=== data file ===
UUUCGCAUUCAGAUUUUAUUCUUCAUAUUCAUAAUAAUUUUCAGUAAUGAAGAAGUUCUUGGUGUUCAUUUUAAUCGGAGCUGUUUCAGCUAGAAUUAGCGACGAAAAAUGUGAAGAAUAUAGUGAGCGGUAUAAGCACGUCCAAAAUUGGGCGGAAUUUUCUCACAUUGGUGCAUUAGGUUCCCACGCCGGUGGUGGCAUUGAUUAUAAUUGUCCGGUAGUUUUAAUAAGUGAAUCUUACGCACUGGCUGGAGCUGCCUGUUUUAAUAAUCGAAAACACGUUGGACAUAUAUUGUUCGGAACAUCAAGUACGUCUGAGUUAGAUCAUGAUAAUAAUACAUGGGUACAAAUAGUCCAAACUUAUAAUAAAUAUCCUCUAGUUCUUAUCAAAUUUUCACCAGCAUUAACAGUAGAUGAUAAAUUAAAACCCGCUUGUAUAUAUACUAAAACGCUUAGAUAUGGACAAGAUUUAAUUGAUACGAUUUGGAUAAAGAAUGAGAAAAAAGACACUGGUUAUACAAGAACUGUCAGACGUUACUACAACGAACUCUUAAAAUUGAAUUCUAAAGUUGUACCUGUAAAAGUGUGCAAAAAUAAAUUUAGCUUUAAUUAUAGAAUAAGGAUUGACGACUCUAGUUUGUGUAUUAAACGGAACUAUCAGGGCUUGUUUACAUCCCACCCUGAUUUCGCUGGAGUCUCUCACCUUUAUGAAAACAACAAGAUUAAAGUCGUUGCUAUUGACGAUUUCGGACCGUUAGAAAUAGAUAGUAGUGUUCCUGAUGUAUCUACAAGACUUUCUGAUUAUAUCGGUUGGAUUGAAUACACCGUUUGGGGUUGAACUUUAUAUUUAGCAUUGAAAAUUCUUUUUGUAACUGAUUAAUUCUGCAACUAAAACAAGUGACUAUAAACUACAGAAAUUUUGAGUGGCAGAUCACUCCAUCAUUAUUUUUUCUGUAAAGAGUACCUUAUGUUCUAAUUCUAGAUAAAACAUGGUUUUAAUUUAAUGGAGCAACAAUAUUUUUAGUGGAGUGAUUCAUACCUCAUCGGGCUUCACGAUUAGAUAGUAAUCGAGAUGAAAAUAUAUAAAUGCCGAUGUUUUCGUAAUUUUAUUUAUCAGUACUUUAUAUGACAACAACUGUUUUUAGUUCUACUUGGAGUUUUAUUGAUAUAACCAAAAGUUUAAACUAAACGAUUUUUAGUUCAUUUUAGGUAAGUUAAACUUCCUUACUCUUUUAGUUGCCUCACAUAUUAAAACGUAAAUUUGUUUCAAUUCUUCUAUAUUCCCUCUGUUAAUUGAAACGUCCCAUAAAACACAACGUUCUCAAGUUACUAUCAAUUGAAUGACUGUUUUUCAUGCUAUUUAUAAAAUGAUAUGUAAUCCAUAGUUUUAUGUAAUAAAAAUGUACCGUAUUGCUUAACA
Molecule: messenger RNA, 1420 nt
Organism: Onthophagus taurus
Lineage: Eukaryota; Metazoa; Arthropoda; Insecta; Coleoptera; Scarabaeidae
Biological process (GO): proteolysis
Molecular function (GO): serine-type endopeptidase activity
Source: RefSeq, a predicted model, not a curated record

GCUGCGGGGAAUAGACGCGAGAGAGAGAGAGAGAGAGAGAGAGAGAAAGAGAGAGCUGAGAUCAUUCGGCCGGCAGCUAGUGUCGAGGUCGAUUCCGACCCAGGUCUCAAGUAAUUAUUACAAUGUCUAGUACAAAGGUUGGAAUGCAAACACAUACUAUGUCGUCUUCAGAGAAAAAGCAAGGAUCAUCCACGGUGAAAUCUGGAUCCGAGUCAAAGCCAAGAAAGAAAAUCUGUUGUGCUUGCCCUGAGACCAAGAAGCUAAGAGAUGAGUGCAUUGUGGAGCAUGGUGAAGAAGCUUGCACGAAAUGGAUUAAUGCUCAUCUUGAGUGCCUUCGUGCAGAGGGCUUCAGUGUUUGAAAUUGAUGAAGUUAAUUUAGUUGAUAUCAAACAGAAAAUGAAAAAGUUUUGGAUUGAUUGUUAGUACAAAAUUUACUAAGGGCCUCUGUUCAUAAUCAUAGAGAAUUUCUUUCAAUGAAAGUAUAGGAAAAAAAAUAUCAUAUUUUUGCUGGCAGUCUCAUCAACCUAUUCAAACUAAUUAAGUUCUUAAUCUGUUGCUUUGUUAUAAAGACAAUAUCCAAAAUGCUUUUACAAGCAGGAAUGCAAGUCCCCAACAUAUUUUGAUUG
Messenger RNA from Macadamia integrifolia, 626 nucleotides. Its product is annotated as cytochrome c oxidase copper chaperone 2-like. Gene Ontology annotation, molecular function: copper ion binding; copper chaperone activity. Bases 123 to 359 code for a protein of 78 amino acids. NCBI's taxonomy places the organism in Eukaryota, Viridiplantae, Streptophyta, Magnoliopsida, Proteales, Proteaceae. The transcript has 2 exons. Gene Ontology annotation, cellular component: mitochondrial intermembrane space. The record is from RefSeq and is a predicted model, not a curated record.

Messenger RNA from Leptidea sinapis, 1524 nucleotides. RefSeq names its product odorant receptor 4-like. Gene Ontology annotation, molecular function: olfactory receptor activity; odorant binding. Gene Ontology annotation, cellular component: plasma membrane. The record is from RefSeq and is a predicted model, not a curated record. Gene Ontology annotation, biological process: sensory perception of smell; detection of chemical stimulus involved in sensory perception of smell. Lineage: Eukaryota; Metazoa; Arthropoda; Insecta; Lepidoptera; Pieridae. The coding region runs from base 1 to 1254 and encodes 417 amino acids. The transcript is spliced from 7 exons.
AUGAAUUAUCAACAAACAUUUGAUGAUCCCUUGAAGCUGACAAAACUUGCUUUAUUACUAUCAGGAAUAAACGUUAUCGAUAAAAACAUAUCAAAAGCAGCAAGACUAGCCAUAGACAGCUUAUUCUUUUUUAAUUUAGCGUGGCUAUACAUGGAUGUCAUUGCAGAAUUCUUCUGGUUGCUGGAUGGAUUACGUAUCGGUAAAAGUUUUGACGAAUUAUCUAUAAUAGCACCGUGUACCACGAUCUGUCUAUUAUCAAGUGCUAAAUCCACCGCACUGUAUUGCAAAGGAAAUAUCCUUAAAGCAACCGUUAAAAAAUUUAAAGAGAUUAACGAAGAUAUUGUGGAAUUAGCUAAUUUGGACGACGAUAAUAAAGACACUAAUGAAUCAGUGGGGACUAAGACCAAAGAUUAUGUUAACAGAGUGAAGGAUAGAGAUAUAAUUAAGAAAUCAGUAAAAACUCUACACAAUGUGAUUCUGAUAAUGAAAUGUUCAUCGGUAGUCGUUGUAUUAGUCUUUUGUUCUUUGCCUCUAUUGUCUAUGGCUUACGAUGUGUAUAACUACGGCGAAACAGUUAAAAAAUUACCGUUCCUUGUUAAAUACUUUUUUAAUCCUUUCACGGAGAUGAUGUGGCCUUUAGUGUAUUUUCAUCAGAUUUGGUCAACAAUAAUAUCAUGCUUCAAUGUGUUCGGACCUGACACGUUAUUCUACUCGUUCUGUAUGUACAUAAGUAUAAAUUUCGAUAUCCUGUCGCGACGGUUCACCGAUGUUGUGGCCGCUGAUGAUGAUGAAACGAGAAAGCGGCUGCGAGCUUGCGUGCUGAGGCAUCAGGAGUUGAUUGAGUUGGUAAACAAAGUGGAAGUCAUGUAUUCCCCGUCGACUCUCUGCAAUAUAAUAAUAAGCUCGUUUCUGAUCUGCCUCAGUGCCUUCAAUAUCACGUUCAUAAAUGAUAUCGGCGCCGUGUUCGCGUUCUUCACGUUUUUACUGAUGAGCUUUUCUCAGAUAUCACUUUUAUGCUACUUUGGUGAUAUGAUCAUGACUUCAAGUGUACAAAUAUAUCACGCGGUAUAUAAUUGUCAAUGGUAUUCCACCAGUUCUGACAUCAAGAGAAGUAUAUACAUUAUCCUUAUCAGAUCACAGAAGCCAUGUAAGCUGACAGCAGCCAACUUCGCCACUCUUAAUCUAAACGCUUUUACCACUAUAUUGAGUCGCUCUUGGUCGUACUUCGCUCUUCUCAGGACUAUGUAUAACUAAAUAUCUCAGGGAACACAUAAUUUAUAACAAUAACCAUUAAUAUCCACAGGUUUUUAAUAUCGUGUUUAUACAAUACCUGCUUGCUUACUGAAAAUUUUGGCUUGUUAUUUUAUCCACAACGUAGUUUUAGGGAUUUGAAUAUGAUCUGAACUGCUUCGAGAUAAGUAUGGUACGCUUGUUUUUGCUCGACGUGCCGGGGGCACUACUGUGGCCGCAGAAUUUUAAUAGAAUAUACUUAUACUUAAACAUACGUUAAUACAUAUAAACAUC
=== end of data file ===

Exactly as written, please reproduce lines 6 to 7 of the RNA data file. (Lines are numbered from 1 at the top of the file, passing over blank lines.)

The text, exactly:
Molecular function (GO): serine-type endopeptidase activity
Source: RefSeq, a predicted model, not a curated record